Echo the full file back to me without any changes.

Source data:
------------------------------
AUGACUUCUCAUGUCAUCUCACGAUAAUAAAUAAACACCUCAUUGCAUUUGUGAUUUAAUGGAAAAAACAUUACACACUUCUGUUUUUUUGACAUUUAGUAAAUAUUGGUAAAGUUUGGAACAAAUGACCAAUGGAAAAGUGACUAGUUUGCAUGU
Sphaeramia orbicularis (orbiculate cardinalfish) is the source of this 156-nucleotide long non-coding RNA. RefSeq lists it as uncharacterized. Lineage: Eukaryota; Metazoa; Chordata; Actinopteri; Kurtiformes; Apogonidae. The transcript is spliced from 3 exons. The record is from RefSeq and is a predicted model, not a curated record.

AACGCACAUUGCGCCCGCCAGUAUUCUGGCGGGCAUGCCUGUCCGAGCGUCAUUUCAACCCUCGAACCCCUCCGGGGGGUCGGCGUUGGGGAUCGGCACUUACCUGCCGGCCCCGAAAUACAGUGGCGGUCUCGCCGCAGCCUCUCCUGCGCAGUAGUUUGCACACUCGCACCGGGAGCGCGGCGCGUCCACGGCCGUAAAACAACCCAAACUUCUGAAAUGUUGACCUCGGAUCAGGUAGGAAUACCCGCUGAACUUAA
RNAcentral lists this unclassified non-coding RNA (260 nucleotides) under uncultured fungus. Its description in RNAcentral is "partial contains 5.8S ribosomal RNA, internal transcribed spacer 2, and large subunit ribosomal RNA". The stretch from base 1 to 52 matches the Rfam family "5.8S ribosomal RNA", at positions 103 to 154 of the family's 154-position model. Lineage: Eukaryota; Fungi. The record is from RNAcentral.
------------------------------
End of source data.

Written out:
AUGACUUCUCAUGUCAUCUCACGAUAAUAAAUAAACACCUCAUUGCAUUUGUGAUUUAAUGGAAAAAACAUUACACACUUCUGUUUUUUUGACAUUUAGUAAAUAUUGGUAAAGUUUGGAACAAAUGACCAAUGGAAAAGUGACUAGUUUGCAUGU
Sphaeramia orbicularis (orbiculate cardinalfish) is the source of this 156-nucleotide long non-coding RNA. RefSeq lists it as uncharacterized. Lineage: Eukaryota; Metazoa; Chordata; Actinopteri; Kurtiformes; Apogonidae. The transcript is spliced from 3 exons. The record is from RefSeq and is a predicted model, not a curated record.

AACGCACAUUGCGCCCGCCAGUAUUCUGGCGGGCAUGCCUGUCCGAGCGUCAUUUCAACCCUCGAACCCCUCCGGGGGGUCGGCGUUGGGGAUCGGCACUUACCUGCCGGCCCCGAAAUACAGUGGCGGUCUCGCCGCAGCCUCUCCUGCGCAGUAGUUUGCACACUCGCACCGGGAGCGCGGCGCGUCCACGGCCGUAAAACAACCCAAACUUCUGAAAUGUUGACCUCGGAUCAGGUAGGAAUACCCGCUGAACUUAA
RNAcentral lists this unclassified non-coding RNA (260 nucleotides) under uncultured fungus. Its description in RNAcentral is "partial contains 5.8S ribosomal RNA, internal transcribed spacer 2, and large subunit ribosomal RNA". The stretch from base 1 to 52 matches the Rfam family "5.8S ribosomal RNA", at positions 103 to 154 of the family's 154-position model. Lineage: Eukaryota; Fungi. The record is from RNAcentral.